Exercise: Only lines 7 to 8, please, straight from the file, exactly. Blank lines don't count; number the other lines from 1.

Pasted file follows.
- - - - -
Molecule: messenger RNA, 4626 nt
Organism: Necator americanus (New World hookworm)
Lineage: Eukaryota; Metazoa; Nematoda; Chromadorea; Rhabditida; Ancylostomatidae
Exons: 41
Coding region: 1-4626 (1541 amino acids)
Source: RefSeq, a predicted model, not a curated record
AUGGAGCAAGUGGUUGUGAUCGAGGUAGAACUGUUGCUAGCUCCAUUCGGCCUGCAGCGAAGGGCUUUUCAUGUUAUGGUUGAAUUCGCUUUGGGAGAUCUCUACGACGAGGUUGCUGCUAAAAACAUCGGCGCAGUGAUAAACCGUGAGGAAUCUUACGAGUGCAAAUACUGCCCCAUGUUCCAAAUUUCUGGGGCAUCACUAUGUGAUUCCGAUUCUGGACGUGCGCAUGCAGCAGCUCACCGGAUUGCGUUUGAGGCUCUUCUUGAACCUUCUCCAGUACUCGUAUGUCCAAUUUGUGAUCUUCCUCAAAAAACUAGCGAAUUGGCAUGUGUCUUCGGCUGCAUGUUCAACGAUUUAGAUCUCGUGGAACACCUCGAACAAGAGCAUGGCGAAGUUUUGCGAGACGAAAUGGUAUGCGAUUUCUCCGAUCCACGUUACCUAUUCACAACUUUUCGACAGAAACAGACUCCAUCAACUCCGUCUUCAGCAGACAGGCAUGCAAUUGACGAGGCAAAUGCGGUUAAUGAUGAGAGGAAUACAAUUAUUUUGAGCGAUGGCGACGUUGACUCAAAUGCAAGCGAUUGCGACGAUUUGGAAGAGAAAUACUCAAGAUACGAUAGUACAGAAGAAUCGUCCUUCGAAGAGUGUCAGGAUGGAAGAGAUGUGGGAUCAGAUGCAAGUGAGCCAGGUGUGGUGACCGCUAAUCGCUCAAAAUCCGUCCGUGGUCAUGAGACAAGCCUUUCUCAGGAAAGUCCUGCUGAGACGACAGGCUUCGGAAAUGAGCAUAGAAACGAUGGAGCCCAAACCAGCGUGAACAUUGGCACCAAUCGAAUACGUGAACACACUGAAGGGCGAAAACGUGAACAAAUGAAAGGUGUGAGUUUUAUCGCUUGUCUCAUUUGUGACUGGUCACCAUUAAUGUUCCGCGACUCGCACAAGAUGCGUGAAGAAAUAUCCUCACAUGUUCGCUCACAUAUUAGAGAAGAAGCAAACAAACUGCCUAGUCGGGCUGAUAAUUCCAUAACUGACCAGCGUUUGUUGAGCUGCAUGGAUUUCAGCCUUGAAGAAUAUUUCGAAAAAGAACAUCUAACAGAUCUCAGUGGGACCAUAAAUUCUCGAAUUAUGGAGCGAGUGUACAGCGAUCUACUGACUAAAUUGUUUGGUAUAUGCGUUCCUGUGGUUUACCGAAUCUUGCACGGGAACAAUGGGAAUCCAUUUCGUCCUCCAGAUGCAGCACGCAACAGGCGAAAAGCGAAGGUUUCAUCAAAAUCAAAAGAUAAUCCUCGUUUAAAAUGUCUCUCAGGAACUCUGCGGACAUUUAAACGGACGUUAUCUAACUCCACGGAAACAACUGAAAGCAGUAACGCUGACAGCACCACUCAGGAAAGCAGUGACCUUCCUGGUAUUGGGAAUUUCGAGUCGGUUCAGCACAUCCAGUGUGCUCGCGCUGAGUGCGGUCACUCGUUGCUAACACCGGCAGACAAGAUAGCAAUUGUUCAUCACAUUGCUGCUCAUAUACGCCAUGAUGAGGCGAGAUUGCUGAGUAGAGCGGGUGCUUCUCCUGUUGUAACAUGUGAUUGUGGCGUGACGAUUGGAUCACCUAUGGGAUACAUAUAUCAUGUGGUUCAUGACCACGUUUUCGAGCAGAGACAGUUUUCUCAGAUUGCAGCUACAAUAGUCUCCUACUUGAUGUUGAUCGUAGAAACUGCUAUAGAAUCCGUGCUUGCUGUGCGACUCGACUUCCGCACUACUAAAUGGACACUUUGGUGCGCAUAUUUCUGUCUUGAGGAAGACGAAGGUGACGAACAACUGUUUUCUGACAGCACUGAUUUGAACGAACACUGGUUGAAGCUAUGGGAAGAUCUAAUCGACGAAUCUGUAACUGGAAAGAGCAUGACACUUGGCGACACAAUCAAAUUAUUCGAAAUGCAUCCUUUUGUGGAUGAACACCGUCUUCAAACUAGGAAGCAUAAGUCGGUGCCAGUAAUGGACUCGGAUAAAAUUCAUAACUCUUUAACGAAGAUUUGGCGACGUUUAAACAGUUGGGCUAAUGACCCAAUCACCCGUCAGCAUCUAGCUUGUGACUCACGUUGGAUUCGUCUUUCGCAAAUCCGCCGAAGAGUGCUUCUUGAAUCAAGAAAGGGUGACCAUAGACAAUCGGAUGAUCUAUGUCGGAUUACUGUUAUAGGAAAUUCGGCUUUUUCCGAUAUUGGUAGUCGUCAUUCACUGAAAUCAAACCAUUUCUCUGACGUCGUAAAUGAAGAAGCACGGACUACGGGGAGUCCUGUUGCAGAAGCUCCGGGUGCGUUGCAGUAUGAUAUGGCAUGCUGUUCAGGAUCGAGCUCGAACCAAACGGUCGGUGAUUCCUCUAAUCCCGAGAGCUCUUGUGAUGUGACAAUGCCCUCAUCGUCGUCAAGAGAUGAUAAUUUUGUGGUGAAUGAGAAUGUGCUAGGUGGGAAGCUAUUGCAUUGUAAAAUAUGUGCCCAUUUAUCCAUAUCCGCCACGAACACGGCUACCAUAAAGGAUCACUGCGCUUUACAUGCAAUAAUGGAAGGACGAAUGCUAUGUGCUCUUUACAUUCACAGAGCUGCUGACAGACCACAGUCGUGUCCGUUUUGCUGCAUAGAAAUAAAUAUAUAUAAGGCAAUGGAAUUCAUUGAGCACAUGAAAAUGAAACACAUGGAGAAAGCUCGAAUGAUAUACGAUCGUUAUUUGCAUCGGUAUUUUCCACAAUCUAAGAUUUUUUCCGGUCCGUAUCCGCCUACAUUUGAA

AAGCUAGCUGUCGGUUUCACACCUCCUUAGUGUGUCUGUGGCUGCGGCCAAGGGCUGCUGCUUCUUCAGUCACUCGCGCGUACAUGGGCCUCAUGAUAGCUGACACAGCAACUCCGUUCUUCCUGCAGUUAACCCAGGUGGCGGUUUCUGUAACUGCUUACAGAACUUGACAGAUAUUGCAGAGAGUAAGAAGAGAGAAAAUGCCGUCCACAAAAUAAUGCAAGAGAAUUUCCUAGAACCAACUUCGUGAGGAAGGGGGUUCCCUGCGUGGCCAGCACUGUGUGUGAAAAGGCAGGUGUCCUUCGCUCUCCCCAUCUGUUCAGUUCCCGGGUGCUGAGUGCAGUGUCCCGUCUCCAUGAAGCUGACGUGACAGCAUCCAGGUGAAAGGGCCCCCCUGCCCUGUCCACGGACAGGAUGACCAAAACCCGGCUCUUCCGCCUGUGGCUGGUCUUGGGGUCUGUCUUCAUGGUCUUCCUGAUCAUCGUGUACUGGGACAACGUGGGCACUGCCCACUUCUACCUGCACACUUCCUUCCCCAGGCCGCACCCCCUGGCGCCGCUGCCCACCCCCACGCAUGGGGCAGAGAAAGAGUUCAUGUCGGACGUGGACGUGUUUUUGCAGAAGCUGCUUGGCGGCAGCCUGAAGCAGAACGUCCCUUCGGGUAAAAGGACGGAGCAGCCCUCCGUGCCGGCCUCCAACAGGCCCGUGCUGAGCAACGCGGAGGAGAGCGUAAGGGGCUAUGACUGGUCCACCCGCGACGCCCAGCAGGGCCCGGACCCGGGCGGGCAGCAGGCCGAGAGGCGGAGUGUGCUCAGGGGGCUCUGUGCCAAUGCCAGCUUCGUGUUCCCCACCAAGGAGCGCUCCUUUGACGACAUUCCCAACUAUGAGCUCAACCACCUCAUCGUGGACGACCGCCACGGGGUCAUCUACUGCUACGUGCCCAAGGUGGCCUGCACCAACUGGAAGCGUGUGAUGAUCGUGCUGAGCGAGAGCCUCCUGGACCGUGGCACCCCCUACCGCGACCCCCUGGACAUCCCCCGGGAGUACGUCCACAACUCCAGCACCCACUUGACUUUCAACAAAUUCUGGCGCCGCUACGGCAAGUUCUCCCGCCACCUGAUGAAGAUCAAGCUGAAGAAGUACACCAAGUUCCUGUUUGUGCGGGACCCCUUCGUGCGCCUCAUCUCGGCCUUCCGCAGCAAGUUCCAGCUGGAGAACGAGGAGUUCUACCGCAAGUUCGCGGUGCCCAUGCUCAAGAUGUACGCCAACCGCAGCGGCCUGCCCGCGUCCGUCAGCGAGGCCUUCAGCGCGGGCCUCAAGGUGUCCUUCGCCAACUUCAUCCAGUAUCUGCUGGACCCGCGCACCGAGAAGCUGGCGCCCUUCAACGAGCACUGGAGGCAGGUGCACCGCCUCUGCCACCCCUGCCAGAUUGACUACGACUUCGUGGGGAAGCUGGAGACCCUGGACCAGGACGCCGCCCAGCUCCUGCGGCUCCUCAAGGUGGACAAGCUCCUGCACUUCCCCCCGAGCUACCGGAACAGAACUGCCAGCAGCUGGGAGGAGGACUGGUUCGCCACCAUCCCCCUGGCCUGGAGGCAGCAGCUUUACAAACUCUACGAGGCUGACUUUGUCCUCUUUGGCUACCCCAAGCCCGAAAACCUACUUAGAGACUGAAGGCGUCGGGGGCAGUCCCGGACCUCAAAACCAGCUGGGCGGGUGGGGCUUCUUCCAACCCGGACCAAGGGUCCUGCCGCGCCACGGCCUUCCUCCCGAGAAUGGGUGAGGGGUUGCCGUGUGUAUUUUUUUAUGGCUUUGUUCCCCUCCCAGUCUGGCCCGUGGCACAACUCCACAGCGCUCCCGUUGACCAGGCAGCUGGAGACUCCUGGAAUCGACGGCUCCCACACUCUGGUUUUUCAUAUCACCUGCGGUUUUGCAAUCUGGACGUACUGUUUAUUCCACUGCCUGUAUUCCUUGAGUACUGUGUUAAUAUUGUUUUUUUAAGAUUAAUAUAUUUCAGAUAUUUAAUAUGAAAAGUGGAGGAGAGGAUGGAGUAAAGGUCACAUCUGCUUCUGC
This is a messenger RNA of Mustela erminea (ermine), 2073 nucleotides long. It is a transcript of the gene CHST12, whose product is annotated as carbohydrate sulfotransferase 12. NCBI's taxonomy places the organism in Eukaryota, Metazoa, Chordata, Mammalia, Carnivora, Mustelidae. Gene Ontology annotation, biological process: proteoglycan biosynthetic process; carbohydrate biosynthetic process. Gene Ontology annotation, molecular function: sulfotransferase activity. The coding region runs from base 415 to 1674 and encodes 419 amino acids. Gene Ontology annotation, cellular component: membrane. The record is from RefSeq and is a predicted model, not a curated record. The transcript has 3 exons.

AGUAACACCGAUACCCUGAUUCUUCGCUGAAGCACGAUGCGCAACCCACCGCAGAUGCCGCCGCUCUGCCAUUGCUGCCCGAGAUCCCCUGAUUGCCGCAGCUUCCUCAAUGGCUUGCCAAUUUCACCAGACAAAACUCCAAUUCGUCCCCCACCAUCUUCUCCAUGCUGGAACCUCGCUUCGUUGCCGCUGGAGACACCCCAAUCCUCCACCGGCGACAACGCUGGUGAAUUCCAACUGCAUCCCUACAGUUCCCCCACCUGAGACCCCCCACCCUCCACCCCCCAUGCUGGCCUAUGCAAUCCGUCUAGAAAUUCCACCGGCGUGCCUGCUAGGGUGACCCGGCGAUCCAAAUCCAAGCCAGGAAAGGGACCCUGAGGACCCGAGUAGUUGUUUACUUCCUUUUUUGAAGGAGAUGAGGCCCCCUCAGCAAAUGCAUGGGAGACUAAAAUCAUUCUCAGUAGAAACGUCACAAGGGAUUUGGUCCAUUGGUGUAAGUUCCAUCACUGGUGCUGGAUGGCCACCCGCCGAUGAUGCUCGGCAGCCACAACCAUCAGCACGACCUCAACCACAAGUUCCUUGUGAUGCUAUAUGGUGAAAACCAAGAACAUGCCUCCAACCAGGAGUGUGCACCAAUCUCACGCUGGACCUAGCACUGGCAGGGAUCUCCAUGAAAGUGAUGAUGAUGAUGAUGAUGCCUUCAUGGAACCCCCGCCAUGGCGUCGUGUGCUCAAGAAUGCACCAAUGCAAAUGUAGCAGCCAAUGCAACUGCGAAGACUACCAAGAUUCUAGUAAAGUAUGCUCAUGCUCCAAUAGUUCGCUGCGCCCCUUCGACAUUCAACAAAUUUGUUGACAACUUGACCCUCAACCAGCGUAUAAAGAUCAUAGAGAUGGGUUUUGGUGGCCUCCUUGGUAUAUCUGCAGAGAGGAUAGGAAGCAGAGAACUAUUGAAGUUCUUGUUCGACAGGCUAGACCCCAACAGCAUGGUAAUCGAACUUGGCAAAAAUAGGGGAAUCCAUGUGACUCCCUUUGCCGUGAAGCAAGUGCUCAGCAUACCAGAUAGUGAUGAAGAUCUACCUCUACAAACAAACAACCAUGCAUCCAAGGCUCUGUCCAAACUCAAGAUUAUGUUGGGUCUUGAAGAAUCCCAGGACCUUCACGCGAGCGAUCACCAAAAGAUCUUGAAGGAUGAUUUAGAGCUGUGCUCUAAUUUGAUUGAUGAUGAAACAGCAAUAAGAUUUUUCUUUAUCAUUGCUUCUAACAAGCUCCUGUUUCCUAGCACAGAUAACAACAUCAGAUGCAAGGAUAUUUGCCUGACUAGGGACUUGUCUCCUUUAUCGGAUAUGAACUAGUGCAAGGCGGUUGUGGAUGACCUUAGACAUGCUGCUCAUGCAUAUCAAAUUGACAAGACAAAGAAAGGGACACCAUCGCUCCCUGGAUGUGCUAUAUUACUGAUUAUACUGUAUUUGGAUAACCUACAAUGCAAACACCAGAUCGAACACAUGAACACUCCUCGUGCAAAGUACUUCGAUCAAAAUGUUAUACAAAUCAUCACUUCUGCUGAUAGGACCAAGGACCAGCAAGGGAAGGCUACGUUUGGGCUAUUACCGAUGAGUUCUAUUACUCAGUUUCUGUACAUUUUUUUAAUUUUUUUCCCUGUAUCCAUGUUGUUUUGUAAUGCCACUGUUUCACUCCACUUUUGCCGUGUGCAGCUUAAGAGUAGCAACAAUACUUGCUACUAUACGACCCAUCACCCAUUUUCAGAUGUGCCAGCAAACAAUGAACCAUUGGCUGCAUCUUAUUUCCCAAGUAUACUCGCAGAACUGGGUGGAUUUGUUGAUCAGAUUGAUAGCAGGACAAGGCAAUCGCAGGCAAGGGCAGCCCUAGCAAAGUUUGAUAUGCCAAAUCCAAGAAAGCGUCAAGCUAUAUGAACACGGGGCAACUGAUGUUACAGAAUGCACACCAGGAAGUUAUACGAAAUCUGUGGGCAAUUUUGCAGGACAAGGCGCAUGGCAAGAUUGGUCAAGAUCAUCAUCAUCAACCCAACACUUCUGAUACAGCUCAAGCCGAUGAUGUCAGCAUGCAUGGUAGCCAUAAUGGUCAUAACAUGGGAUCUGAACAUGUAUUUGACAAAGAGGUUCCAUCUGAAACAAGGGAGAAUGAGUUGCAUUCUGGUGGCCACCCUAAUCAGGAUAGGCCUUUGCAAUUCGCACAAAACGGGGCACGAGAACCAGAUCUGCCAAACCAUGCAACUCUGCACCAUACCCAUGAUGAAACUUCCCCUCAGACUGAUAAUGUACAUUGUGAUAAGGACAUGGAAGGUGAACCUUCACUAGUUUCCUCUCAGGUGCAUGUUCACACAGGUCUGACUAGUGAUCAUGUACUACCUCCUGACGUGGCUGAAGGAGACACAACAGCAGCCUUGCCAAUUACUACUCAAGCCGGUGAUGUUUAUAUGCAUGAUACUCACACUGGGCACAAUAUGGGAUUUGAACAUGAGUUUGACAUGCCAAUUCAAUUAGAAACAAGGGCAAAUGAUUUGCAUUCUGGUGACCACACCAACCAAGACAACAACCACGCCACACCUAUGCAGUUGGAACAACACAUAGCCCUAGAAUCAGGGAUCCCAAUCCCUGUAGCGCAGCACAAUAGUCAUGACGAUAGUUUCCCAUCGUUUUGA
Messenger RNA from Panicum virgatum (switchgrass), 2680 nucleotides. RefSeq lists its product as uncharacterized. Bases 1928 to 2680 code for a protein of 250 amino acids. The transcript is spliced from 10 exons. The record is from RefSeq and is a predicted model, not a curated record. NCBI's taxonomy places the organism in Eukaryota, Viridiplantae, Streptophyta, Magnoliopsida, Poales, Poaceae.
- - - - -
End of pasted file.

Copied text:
AUGGAGCAAGUGGUUGUGAUCGAGGUAGAACUGUUGCUAGCUCCAUUCGGCCUGCAGCGAAGGGCUUUUCAUGUUAUGGUUGAAUUCGCUUUGGGAGAUCUCUACGACGAGGUUGCUGCUAAAAACAUCGGCGCAGUGAUAAACCGUGAGGAAUCUUACGAGUGCAAAUACUGCCCCAUGUUCCAAAUUUCUGGGGCAUCACUAUGUGAUUCCGAUUCUGGACGUGCGCAUGCAGCAGCUCACCGGAUUGCGUUUGAGGCUCUUCUUGAACCUUCUCCAGUACUCGUAUGUCCAAUUUGUGAUCUUCCUCAAAAAACUAGCGAAUUGGCAUGUGUCUUCGGCUGCAUGUUCAACGAUUUAGAUCUCGUGGAACACCUCGAACAAGAGCAUGGCGAAGUUUUGCGAGACGAAAUGGUAUGCGAUUUCUCCGAUCCACGUUACCUAUUCACAACUUUUCGACAGAAACAGACUCCAUCAACUCCGUCUUCAGCAGACAGGCAUGCAAUUGACGAGGCAAAUGCGGUUAAUGAUGAGAGGAAUACAAUUAUUUUGAGCGAUGGCGACGUUGACUCAAAUGCAAGCGAUUGCGACGAUUUGGAAGAGAAAUACUCAAGAUACGAUAGUACAGAAGAAUCGUCCUUCGAAGAGUGUCAGGAUGGAAGAGAUGUGGGAUCAGAUGCAAGUGAGCCAGGUGUGGUGACCGCUAAUCGCUCAAAAUCCGUCCGUGGUCAUGAGACAAGCCUUUCUCAGGAAAGUCCUGCUGAGACGACAGGCUUCGGAAAUGAGCAUAGAAACGAUGGAGCCCAAACCAGCGUGAACAUUGGCACCAAUCGAAUACGUGAACACACUGAAGGGCGAAAACGUGAACAAAUGAAAGGUGUGAGUUUUAUCGCUUGUCUCAUUUGUGACUGGUCACCAUUAAUGUUCCGCGACUCGCACAAGAUGCGUGAAGAAAUAUCCUCACAUGUUCGCUCACAUAUUAGAGAAGAAGCAAACAAACUGCCUAGUCGGGCUGAUAAUUCCAUAACUGACCAGCGUUUGUUGAGCUGCAUGGAUUUCAGCCUUGAAGAAUAUUUCGAAAAAGAACAUCUAACAGAUCUCAGUGGGACCAUAAAUUCUCGAAUUAUGGAGCGAGUGUACAGCGAUCUACUGACUAAAUUGUUUGGUAUAUGCGUUCCUGUGGUUUACCGAAUCUUGCACGGGAACAAUGGGAAUCCAUUUCGUCCUCCAGAUGCAGCACGCAACAGGCGAAAAGCGAAGGUUUCAUCAAAAUCAAAAGAUAAUCCUCGUUUAAAAUGUCUCUCAGGAACUCUGCGGACAUUUAAACGGACGUUAUCUAACUCCACGGAAACAACUGAAAGCAGUAACGCUGACAGCACCACUCAGGAAAGCAGUGACCUUCCUGGUAUUGGGAAUUUCGAGUCGGUUCAGCACAUCCAGUGUGCUCGCGCUGAGUGCGGUCACUCGUUGCUAACACCGGCAGACAAGAUAGCAAUUGUUCAUCACAUUGCUGCUCAUAUACGCCAUGAUGAGGCGAGAUUGCUGAGUAGAGCGGGUGCUUCUCCUGUUGUAACAUGUGAUUGUGGCGUGACGAUUGGAUCACCUAUGGGAUACAUAUAUCAUGUGGUUCAUGACCACGUUUUCGAGCAGAGACAGUUUUCUCAGAUUGCAGCUACAAUAGUCUCCUACUUGAUGUUGAUCGUAGAAACUGCUAUAGAAUCCGUGCUUGCUGUGCGACUCGACUUCCGCACUACUAAAUGGACACUUUGGUGCGCAUAUUUCUGUCUUGAGGAAGACGAAGGUGACGAACAACUGUUUUCUGACAGCACUGAUUUGAACGAACACUGGUUGAAGCUAUGGGAAGAUCUAAUCGACGAAUCUGUAACUGGAAAGAGCAUGACACUUGGCGACACAAUCAAAUUAUUCGAAAUGCAUCCUUUUGUGGAUGAACACCGUCUUCAAACUAGGAAGCAUAAGUCGGUGCCAGUAAUGGACUCGGAUAAAAUUCAUAACUCUUUAACGAAGAUUUGGCGACGUUUAAACAGUUGGGCUAAUGACCCAAUCACCCGUCAGCAUCUAGCUUGUGACUCACGUUGGAUUCGUCUUUCGCAAAUCCGCCGAAGAGUGCUUCUUGAAUCAAGAAAGGGUGACCAUAGACAAUCGGAUGAUCUAUGUCGGAUUACUGUUAUAGGAAAUUCGGCUUUUUCCGAUAUUGGUAGUCGUCAUUCACUGAAAUCAAACCAUUUCUCUGACGUCGUAAAUGAAGAAGCACGGACUACGGGGAGUCCUGUUGCAGAAGCUCCGGGUGCGUUGCAGUAUGAUAUGGCAUGCUGUUCAGGAUCGAGCUCGAACCAAACGGUCGGUGAUUCCUCUAAUCCCGAGAGCUCUUGUGAUGUGACAAUGCCCUCAUCGUCGUCAAGAGAUGAUAAUUUUGUGGUGAAUGAGAAUGUGCUAGGUGGGAAGCUAUUGCAUUGUAAAAUAUGUGCCCAUUUAUCCAUAUCCGCCACGAACACGGCUACCAUAAAGGAUCACUGCGCUUUACAUGCAAUAAUGGAAGGACGAAUGCUAUGUGCUCUUUACAUUCACAGAGCUGCUGACAGACCACAGUCGUGUCCGUUUUGCUGCAUAGAAAUAAAUAUAUAUAAGGCAAUGGAAUUCAUUGAGCACAUGAAAAUGAAACACAUGGAGAAAGCUCGAAUGAUAUACGAUCGUUAUUUGCAUCGGUAUUUUCCACAAUCUAAGAUUUUUUCCGGUCCGUAUCCGCCUACAUUUGAA

AAGCUAGCUGUCGGUUUCACACCUCCUUAGUGUGUCUGUGGCUGCGGCCAAGGGCUGCUGCUUCUUCAGUCACUCGCGCGUACAUGGGCCUCAUGAUAGCUGACACAGCAACUCCGUUCUUCCUGCAGUUAACCCAGGUGGCGGUUUCUGUAACUGCUUACAGAACUUGACAGAUAUUGCAGAGAGUAAGAAGAGAGAAAAUGCCGUCCACAAAAUAAUGCAAGAGAAUUUCCUAGAACCAACUUCGUGAGGAAGGGGGUUCCCUGCGUGGCCAGCACUGUGUGUGAAAAGGCAGGUGUCCUUCGCUCUCCCCAUCUGUUCAGUUCCCGGGUGCUGAGUGCAGUGUCCCGUCUCCAUGAAGCUGACGUGACAGCAUCCAGGUGAAAGGGCCCCCCUGCCCUGUCCACGGACAGGAUGACCAAAACCCGGCUCUUCCGCCUGUGGCUGGUCUUGGGGUCUGUCUUCAUGGUCUUCCUGAUCAUCGUGUACUGGGACAACGUGGGCACUGCCCACUUCUACCUGCACACUUCCUUCCCCAGGCCGCACCCCCUGGCGCCGCUGCCCACCCCCACGCAUGGGGCAGAGAAAGAGUUCAUGUCGGACGUGGACGUGUUUUUGCAGAAGCUGCUUGGCGGCAGCCUGAAGCAGAACGUCCCUUCGGGUAAAAGGACGGAGCAGCCCUCCGUGCCGGCCUCCAACAGGCCCGUGCUGAGCAACGCGGAGGAGAGCGUAAGGGGCUAUGACUGGUCCACCCGCGACGCCCAGCAGGGCCCGGACCCGGGCGGGCAGCAGGCCGAGAGGCGGAGUGUGCUCAGGGGGCUCUGUGCCAAUGCCAGCUUCGUGUUCCCCACCAAGGAGCGCUCCUUUGACGACAUUCCCAACUAUGAGCUCAACCACCUCAUCGUGGACGACCGCCACGGGGUCAUCUACUGCUACGUGCCCAAGGUGGCCUGCACCAACUGGAAGCGUGUGAUGAUCGUGCUGAGCGAGAGCCUCCUGGACCGUGGCACCCCCUACCGCGACCCCCUGGACAUCCCCCGGGAGUACGUCCACAACUCCAGCACCCACUUGACUUUCAACAAAUUCUGGCGCCGCUACGGCAAGUUCUCCCGCCACCUGAUGAAGAUCAAGCUGAAGAAGUACACCAAGUUCCUGUUUGUGCGGGACCCCUUCGUGCGCCUCAUCUCGGCCUUCCGCAGCAAGUUCCAGCUGGAGAACGAGGAGUUCUACCGCAAGUUCGCGGUGCCCAUGCUCAAGAUGUACGCCAACCGCAGCGGCCUGCCCGCGUCCGUCAGCGAGGCCUUCAGCGCGGGCCUCAAGGUGUCCUUCGCCAACUUCAUCCAGUAUCUGCUGGACCCGCGCACCGAGAAGCUGGCGCCCUUCAACGAGCACUGGAGGCAGGUGCACCGCCUCUGCCACCCCUGCCAGAUUGACUACGACUUCGUGGGGAAGCUGGAGACCCUGGACCAGGACGCCGCCCAGCUCCUGCGGCUCCUCAAGGUGGACAAGCUCCUGCACUUCCCCCCGAGCUACCGGAACAGAACUGCCAGCAGCUGGGAGGAGGACUGGUUCGCCACCAUCCCCCUGGCCUGGAGGCAGCAGCUUUACAAACUCUACGAGGCUGACUUUGUCCUCUUUGGCUACCCCAAGCCCGAAAACCUACUUAGAGACUGAAGGCGUCGGGGGCAGUCCCGGACCUCAAAACCAGCUGGGCGGGUGGGGCUUCUUCCAACCCGGACCAAGGGUCCUGCCGCGCCACGGCCUUCCUCCCGAGAAUGGGUGAGGGGUUGCCGUGUGUAUUUUUUUAUGGCUUUGUUCCCCUCCCAGUCUGGCCCGUGGCACAACUCCACAGCGCUCCCGUUGACCAGGCAGCUGGAGACUCCUGGAAUCGACGGCUCCCACACUCUGGUUUUUCAUAUCACCUGCGGUUUUGCAAUCUGGACGUACUGUUUAUUCCACUGCCUGUAUUCCUUGAGUACUGUGUUAAUAUUGUUUUUUUAAGAUUAAUAUAUUUCAGAUAUUUAAUAUGAAAAGUGGAGGAGAGGAUGGAGUAAAGGUCACAUCUGCUUCUGC